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Strain-dependent effects on acquisition and reversal of visual and spatial tasks in a rat touchscreen battery of cognition

Kumar, Gaurav, Talpos, John, Steckler, Thomas
Physiology & behavior 2015 v.144 pp. 26-36
albino, antagonists, aspartate transaminase, central nervous system diseases, cognition, dissociation, humans, memory, models, rats, scopolamine, transgenic animals, vision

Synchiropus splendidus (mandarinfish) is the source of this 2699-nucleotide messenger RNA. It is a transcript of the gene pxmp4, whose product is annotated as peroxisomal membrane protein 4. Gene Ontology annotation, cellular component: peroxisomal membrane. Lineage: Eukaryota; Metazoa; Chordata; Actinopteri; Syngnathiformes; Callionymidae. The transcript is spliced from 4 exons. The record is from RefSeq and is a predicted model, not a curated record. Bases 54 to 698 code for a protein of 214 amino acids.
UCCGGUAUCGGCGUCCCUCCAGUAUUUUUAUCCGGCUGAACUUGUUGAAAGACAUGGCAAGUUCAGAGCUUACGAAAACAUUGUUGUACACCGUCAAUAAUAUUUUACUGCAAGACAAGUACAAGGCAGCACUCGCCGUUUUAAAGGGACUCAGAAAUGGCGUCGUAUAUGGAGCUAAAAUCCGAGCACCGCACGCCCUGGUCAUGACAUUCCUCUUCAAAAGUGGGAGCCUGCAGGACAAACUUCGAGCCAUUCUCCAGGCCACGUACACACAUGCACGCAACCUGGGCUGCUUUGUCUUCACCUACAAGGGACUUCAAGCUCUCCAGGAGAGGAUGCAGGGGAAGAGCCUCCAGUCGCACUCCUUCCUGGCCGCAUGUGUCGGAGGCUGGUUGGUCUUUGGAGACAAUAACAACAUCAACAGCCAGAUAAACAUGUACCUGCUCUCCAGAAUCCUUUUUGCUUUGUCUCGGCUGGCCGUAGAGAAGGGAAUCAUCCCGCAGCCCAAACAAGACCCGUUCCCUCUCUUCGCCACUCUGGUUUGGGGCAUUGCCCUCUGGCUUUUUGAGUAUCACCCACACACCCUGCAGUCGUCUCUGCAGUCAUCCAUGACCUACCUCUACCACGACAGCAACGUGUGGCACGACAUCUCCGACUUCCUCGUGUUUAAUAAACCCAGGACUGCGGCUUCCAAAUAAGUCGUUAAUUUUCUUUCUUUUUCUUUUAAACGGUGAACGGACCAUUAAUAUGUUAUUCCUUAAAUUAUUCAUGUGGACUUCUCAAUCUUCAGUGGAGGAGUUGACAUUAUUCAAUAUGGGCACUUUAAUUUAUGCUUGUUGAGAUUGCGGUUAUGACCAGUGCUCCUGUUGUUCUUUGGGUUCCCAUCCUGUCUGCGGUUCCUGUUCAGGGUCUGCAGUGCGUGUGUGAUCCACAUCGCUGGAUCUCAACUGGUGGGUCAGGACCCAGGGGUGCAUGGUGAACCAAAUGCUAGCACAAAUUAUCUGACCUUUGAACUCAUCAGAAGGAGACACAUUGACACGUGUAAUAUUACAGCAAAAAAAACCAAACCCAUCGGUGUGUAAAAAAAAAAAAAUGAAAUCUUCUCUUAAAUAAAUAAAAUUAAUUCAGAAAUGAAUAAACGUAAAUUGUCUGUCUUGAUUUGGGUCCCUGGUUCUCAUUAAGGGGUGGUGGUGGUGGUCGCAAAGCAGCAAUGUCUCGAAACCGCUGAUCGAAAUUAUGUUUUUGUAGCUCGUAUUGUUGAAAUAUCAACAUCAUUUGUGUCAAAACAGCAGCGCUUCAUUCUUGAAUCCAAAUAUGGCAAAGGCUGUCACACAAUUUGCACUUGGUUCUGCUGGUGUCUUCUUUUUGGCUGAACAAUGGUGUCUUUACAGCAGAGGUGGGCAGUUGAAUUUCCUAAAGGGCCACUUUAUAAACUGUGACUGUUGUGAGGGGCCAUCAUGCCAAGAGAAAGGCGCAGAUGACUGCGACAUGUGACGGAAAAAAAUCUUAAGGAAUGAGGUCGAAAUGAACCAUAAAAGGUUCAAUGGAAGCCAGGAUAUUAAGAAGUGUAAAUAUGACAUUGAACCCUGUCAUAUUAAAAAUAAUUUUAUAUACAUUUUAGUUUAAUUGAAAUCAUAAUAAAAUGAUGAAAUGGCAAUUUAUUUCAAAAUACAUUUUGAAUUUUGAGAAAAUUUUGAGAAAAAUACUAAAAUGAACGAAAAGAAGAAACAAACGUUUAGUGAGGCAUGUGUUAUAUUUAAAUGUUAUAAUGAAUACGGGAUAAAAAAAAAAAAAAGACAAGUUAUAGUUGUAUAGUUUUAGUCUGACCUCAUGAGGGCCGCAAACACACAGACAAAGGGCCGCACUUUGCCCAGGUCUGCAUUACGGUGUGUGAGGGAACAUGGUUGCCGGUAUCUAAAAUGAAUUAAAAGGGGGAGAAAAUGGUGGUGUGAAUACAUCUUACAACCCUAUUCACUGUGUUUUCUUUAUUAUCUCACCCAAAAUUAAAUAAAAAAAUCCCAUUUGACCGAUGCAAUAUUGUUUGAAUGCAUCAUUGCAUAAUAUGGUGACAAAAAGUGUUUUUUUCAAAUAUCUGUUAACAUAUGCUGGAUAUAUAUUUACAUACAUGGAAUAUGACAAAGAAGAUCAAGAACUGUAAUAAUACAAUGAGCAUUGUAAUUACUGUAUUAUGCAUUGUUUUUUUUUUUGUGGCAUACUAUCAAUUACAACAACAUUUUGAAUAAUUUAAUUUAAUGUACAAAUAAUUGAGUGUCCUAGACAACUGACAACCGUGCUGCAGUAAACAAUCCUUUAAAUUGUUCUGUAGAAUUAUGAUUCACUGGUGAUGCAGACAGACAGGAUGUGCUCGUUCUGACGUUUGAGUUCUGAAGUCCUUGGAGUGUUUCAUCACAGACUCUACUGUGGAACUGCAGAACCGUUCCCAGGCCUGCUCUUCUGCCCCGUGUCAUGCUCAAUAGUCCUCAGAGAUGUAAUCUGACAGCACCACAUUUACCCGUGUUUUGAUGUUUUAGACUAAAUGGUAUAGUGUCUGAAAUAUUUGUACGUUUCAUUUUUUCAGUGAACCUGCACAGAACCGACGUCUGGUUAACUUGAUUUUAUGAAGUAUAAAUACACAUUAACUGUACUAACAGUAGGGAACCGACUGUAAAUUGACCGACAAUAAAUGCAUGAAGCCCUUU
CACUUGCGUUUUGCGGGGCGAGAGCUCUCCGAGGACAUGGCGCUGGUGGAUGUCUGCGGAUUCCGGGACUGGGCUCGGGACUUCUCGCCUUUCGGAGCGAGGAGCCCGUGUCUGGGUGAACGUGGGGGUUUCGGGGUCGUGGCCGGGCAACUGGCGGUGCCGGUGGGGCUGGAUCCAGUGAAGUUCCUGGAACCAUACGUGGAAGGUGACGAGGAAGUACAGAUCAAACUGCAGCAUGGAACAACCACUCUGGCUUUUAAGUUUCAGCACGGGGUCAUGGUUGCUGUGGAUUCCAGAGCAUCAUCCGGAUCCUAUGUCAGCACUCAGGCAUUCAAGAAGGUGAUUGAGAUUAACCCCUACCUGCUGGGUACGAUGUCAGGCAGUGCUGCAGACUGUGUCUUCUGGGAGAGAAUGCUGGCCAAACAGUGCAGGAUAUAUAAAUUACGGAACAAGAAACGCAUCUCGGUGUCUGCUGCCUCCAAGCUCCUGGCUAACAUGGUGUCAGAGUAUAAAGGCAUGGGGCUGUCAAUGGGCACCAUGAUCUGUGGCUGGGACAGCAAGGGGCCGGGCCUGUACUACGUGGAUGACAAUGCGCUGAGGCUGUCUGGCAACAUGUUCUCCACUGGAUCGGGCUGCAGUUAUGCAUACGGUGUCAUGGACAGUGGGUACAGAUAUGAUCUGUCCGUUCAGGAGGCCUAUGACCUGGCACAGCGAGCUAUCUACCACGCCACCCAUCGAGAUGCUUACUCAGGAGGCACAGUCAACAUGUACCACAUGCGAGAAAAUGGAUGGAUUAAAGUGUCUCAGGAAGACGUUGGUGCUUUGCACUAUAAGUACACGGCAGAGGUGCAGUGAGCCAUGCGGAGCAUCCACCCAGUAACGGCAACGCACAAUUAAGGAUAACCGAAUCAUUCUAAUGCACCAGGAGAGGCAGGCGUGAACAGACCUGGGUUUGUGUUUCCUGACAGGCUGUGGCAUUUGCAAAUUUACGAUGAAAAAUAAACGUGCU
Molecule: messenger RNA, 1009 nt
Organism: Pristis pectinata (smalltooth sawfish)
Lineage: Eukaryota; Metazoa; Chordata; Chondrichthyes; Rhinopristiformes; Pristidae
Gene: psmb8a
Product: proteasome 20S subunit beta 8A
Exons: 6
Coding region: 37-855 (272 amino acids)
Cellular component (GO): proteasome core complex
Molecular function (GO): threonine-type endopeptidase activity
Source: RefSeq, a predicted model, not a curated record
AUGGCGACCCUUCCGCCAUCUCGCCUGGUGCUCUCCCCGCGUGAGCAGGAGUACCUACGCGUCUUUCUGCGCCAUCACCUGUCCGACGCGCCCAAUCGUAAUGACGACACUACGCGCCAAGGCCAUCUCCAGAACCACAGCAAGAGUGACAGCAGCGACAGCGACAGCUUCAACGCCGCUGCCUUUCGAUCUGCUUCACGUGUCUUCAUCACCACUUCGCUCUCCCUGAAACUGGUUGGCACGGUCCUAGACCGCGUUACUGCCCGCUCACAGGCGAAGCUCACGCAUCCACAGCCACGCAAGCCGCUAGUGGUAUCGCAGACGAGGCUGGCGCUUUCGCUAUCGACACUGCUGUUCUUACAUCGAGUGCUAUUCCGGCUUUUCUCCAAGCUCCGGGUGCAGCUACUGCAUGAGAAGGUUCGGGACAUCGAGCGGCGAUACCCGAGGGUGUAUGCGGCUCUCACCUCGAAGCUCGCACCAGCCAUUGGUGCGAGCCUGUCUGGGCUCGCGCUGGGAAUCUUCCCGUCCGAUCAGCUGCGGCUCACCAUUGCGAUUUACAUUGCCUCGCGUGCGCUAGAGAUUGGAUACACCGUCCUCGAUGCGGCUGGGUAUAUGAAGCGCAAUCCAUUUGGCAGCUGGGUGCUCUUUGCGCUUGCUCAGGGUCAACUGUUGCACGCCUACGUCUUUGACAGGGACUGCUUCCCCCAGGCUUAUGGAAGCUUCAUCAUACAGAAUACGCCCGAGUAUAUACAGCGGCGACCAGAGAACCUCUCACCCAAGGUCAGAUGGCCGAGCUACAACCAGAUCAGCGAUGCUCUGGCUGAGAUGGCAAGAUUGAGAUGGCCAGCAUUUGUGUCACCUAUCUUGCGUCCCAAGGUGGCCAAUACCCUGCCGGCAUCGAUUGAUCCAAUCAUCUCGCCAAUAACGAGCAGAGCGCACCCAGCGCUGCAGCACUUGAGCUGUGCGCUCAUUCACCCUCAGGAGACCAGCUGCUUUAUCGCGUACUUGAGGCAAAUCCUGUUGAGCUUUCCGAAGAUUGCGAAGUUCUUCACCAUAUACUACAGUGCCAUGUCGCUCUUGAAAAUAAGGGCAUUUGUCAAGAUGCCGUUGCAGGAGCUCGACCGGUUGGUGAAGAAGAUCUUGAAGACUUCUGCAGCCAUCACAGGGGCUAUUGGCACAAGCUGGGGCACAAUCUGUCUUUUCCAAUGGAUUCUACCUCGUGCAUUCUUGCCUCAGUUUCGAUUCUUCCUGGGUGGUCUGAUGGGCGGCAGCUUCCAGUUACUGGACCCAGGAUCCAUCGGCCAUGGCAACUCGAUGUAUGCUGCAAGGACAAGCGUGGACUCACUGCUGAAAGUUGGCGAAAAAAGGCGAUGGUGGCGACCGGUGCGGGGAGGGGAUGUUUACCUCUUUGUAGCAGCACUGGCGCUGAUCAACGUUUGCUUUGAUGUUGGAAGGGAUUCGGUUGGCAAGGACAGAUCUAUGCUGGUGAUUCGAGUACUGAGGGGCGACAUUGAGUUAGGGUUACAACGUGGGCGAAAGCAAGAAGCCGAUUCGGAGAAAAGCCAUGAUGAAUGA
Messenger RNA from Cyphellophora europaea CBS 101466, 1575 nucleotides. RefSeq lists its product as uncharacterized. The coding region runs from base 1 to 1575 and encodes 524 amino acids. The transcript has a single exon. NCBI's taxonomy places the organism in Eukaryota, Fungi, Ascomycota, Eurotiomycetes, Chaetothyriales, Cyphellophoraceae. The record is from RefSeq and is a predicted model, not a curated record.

The use of touch-screen equipped operant boxes is an increasingly popular method for modeling human cognition in the rodent. A concern of this approach is that the dependence upon vision may limit the strains of rats that can be tested in the apparatus. This is of particular concern because of the increased availability of genetically modified rats that are disproportionately on an albino background and may have compromised vision. Here we test pigmented and albino strains of rats on three touch-screen tasks of learning and memory that may require different levels of visual ability. In tests where albino animals have similar levels of performance as the pigmented rats we also tested common pharmacological models of cognitive impairment to determine the generalizability of these challenges across strains. By doing this work we hope to determine the robustness of common models of pharmacological impairment in albino rats.We tested four strains of rats (albino: Wistar and Sprague Dawley, pigmented: Long Evans and Lister Hooded) in three touchscreen-based tasks of cognition with differing visual requirements: visual discrimination (VD) acquisition and reversal learning, and the more spatial and less visually demanding, automated spatial search task (AST). Furthermore, we tested the effects of the muscarinic antagonist scopolamine and the non-competitive NMDAR antagonist MK801 on performance of the four strains in AST. Finally, visual acuity was also assessed via a movement detection test.The rate of acquisition (% correct) in albino rats was significantly slower than in pigmented rats. Wistar rats were significantly slower to acquire the task, and showed differences in reversal learning when compared to the pigmented strains. Moreover, SD rats performed so badly during the acquisition phase of the VD that they failed to reach inclusion criteria (80% correct responses over 3-sessions) for the reversal phase. In contrast, no effect of strain was found in AST. Some of these differences can likely be attributed to differences in visual acuity as albino animals appeared to have reduced visual acuity when compared to the pigmented animals as previously reported in the literature. Pharmacological challenge with scopolamine or MK801 induced dissociable effects between compounds, but generally comparable impairments in all four strains.Albino animals showed a clear impairment on tasks that are dependent upon intact vision, while no impairment was observed in the visually less demanding spatial task. Despite a published report to the contrary, these results demonstrate that albino strains may not be appropriate for use in touchscreen tasks that are dependent upon a visual discrimination. Furthermore, the spatial search task showed distinct impairment profiles as a result of treatment with either MK-801 or scopolamine. While an interaction did exist between strain and treatment, the dissociation between MK-801 and scopolamine was consistent across 3 of 4 strains. These results highlight the importance of selecting the appropriate strain for use in tasks of visual learning and memory and also demonstrate the potential robustness of pharmacological models of cognitive impairment across strains.